Hyde's conciliatory gestures came after a weekend of fierce partisanbattles, during which Democrats charged that Republicans were railroading thepresident with a rush to judgment on an impeachment inquiry. What's more,Democrats contended the GOP is so obsessively focused on the Monica Lewinskyscandal that the majority party is ignoring its basic legislative duties.
"The Republican Party base wants [Clinton] impeached, and they have to actas if they're going to impeach him, at least through the election," JudiciaryCommittee Democrat Barney Frank of Massachusetts said of congressionalRepublicans. "They can't do anything else."
New polls suggest Democratic charges may be sticking. A Time/CNN polltaken last week indicated that 51 percent of Americans disapprove of the waythe Judiciary Committee is handling the impeachment issue, while 37 percentapprove. Of those polled, 61 percent said the Republicans are being toopartisan. Only 31 percent said they disagreed. In contrast, 46 percent saidthe Democrats are being too partisan; 42 percent said the Democrats are notbeing too partisan.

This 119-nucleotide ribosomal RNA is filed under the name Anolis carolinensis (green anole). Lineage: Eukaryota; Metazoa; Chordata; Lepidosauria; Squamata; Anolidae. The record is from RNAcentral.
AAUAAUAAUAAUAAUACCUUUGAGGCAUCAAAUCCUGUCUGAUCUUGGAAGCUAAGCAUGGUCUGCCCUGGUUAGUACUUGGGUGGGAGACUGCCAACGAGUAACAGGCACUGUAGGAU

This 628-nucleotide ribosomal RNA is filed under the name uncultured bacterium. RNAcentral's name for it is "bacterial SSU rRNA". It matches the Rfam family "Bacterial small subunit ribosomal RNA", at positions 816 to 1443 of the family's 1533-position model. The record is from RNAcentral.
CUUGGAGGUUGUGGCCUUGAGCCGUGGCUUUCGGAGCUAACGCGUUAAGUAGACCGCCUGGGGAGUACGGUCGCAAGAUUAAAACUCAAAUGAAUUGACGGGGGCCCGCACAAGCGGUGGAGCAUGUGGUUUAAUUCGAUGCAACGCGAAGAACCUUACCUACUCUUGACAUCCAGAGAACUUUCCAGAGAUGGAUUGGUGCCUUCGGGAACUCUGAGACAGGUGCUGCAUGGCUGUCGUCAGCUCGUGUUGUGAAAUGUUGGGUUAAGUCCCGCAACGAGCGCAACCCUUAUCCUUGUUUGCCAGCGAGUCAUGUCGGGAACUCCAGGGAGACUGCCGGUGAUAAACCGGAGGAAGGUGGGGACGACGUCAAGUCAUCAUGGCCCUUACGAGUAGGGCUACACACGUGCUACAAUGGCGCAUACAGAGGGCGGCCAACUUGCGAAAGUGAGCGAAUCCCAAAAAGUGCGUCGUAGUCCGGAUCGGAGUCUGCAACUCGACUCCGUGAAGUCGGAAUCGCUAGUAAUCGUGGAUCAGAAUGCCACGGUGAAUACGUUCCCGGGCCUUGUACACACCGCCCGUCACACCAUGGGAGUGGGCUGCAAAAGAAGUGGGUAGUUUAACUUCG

"They're as good as it gets when it comes to spin," Arkansas Rep. AsaHutchinson, a Judiciary Committee Republican, said of the Democrats. "It maybe having an impact out there."
More than anything else, the poll numbers may be driving Republicanconcessions.
"It looks as though committee Republicans are in a full-scale tacticalretreat," chided a committee Democratic spokesman, James Jordan.
On Friday, Democrats on the Judiciary Committee called for a bipartisandelegation to review evidence still in Starr's possession, but Republicansrefused, saying their political foes only wanted to find evidence that wouldembarrass the independent counsel.